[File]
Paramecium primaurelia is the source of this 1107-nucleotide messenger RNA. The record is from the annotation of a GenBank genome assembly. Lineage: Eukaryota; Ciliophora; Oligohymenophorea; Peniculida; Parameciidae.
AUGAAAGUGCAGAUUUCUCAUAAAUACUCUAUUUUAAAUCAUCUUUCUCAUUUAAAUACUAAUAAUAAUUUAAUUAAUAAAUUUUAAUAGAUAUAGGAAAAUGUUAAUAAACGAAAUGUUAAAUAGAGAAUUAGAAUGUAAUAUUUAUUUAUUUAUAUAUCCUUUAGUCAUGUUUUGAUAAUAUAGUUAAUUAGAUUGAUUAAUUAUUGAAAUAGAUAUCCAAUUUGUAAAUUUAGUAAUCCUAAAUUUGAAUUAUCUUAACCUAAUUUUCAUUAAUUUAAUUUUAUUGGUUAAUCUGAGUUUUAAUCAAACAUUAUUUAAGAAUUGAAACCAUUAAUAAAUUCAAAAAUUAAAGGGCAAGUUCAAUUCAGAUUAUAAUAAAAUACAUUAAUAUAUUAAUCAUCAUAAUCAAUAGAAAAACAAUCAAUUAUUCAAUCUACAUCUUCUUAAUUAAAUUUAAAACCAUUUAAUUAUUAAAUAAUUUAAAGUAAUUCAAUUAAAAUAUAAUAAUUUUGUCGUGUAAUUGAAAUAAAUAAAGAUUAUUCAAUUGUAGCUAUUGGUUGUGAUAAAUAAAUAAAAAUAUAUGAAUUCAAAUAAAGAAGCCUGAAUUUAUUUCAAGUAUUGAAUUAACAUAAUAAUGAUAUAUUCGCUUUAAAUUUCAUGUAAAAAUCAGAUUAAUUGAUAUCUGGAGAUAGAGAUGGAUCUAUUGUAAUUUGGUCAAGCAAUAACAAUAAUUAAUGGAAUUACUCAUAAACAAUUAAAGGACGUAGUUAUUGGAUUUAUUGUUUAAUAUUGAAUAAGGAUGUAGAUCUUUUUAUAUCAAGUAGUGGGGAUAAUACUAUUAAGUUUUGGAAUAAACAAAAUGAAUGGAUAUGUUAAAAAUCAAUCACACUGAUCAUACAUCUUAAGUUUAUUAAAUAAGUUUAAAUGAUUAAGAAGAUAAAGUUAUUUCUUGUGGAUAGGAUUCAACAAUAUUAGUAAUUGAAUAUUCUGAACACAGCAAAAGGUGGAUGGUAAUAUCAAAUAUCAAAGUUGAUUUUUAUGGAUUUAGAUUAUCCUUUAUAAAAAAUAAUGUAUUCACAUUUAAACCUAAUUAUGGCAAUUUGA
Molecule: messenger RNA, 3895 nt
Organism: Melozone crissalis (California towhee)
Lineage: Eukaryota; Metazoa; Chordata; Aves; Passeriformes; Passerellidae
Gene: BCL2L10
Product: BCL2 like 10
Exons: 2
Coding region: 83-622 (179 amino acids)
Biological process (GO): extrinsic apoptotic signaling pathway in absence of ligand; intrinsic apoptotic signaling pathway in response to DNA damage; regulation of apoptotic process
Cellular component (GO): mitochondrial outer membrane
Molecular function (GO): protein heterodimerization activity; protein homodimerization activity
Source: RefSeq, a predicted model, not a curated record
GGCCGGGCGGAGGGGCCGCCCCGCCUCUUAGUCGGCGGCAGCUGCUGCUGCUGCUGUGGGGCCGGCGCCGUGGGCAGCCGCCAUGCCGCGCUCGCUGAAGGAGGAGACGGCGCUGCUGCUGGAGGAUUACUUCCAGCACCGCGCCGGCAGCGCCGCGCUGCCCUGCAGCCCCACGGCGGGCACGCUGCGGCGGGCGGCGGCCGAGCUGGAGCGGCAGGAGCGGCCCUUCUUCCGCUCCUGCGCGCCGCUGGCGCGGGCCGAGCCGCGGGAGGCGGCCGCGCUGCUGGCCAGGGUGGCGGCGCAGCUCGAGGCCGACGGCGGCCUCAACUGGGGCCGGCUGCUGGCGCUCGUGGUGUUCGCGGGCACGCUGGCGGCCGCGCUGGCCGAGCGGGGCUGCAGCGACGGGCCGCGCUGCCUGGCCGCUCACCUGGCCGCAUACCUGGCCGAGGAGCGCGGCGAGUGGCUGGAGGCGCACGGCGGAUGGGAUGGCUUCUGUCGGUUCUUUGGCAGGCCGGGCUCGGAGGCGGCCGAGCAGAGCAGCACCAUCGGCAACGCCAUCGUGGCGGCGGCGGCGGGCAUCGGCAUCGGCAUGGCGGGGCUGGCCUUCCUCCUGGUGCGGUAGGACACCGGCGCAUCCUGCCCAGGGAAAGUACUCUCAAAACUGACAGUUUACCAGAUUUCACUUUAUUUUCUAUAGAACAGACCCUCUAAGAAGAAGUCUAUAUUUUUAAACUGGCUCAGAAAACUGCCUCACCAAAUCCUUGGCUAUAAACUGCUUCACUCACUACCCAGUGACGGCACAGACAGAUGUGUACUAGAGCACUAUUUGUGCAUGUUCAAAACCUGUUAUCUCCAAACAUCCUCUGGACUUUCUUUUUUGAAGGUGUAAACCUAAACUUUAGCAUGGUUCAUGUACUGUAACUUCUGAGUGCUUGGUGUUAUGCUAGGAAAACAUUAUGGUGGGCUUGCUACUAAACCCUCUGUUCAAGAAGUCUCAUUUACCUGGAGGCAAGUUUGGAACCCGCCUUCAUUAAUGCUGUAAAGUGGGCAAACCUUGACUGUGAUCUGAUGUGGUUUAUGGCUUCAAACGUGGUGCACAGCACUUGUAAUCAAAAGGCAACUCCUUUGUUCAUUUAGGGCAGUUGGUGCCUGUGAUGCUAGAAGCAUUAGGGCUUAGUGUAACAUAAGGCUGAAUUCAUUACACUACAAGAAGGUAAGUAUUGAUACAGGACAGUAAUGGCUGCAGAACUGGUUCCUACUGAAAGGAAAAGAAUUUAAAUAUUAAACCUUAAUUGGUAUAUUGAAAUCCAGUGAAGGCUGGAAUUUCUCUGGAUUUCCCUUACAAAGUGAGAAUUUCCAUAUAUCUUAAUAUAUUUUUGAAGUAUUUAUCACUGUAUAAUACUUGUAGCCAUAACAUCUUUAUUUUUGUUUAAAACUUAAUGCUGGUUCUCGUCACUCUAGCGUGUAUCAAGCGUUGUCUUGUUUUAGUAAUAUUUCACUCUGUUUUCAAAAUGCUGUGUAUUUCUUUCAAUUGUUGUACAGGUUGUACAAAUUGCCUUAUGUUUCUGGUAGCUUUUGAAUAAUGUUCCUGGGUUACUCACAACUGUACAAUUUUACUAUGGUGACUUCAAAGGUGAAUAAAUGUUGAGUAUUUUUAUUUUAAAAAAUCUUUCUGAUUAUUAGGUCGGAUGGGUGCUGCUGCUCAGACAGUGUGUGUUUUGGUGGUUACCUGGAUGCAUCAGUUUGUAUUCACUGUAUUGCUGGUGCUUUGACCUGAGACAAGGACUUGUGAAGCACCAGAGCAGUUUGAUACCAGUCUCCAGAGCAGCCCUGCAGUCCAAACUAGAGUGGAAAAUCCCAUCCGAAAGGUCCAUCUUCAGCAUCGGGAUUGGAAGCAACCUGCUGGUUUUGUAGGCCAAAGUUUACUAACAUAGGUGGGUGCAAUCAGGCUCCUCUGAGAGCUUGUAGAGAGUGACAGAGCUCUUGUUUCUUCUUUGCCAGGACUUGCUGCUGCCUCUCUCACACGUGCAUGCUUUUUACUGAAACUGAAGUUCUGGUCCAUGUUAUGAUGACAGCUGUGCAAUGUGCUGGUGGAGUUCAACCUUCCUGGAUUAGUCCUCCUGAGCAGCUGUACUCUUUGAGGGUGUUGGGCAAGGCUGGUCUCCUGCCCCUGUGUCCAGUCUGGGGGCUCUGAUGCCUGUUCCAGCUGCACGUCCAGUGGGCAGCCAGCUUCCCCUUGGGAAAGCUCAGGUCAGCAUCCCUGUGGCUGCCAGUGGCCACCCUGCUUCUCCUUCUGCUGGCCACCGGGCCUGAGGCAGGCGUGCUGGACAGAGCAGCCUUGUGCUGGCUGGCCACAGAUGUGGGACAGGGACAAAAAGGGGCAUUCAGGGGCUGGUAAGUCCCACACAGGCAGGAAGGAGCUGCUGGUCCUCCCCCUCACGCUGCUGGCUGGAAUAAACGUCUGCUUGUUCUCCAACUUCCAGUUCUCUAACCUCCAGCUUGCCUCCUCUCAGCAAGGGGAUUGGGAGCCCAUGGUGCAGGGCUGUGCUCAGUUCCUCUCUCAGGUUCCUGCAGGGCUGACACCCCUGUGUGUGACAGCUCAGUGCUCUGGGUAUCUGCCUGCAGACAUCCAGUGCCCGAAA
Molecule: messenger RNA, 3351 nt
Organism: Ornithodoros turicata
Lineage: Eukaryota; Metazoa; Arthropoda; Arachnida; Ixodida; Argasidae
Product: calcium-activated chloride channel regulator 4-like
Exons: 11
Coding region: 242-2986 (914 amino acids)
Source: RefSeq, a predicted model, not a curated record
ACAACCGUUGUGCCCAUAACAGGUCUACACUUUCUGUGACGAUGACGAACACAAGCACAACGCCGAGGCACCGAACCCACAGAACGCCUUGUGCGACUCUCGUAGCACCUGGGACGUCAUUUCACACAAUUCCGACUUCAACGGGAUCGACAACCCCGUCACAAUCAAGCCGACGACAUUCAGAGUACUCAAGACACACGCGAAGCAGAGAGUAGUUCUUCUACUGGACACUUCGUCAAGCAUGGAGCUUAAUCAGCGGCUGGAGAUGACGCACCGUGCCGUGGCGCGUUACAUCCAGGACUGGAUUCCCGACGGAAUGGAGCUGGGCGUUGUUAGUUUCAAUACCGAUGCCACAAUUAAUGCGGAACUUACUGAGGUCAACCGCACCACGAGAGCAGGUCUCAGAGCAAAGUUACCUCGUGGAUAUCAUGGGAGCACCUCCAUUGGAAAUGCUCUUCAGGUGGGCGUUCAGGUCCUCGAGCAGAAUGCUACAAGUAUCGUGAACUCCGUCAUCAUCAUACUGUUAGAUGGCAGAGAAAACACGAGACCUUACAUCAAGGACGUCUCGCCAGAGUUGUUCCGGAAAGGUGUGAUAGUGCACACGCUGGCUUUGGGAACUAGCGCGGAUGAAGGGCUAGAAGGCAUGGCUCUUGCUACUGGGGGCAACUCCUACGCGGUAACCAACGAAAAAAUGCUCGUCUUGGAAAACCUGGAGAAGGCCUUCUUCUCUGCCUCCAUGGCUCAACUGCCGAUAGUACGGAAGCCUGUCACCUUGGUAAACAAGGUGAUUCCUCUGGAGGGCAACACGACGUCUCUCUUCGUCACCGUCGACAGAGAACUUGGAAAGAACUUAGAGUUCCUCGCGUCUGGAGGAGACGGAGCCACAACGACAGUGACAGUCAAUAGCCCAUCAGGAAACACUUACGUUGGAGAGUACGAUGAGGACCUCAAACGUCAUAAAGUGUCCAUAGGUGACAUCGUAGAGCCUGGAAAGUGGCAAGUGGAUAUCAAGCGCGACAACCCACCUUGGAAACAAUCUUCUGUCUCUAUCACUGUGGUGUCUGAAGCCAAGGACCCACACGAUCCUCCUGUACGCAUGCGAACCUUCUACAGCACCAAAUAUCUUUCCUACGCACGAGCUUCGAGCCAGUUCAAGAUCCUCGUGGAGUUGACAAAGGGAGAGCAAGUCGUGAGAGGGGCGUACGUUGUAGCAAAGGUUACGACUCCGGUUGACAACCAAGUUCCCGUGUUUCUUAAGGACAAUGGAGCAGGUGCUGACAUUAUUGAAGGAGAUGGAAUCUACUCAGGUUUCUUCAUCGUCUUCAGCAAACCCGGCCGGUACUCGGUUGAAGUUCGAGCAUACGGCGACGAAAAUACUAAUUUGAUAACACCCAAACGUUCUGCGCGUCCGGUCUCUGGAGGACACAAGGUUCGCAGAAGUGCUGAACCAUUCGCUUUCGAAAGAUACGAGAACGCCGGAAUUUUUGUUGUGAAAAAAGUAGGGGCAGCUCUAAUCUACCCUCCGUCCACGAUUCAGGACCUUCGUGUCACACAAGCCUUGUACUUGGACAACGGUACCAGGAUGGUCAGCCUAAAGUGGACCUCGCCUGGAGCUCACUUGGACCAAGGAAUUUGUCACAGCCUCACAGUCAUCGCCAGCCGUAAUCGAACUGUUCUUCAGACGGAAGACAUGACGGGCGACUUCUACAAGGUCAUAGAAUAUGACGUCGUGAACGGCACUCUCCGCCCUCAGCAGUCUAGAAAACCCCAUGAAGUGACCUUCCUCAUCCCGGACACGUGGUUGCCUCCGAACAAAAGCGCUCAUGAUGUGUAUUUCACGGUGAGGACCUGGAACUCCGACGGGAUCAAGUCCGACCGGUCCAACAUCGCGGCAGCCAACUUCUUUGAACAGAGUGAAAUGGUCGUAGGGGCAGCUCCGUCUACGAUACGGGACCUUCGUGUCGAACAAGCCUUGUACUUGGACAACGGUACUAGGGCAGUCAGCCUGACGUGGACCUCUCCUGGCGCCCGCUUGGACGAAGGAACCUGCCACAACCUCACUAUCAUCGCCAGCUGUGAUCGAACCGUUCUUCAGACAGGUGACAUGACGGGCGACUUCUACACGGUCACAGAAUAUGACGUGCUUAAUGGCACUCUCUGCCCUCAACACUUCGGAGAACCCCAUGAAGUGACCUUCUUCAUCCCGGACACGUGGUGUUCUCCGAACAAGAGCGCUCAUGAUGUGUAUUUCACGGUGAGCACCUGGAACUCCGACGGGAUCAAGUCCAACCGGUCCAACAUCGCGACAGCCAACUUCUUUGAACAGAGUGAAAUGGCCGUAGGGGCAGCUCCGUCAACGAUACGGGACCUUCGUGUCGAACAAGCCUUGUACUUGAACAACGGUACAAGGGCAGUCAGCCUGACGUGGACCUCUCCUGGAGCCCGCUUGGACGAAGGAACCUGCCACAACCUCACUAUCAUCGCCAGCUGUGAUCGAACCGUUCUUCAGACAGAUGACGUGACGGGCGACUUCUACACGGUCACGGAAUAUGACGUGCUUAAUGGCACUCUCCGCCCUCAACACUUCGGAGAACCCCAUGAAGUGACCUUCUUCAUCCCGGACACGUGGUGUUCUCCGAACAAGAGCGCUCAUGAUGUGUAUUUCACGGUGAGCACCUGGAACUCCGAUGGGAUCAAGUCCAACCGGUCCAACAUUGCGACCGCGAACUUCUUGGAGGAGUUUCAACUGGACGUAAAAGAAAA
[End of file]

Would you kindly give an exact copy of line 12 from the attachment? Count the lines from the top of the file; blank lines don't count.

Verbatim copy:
Molecular function (GO): protein heterodimerization activity; protein homodimerization activity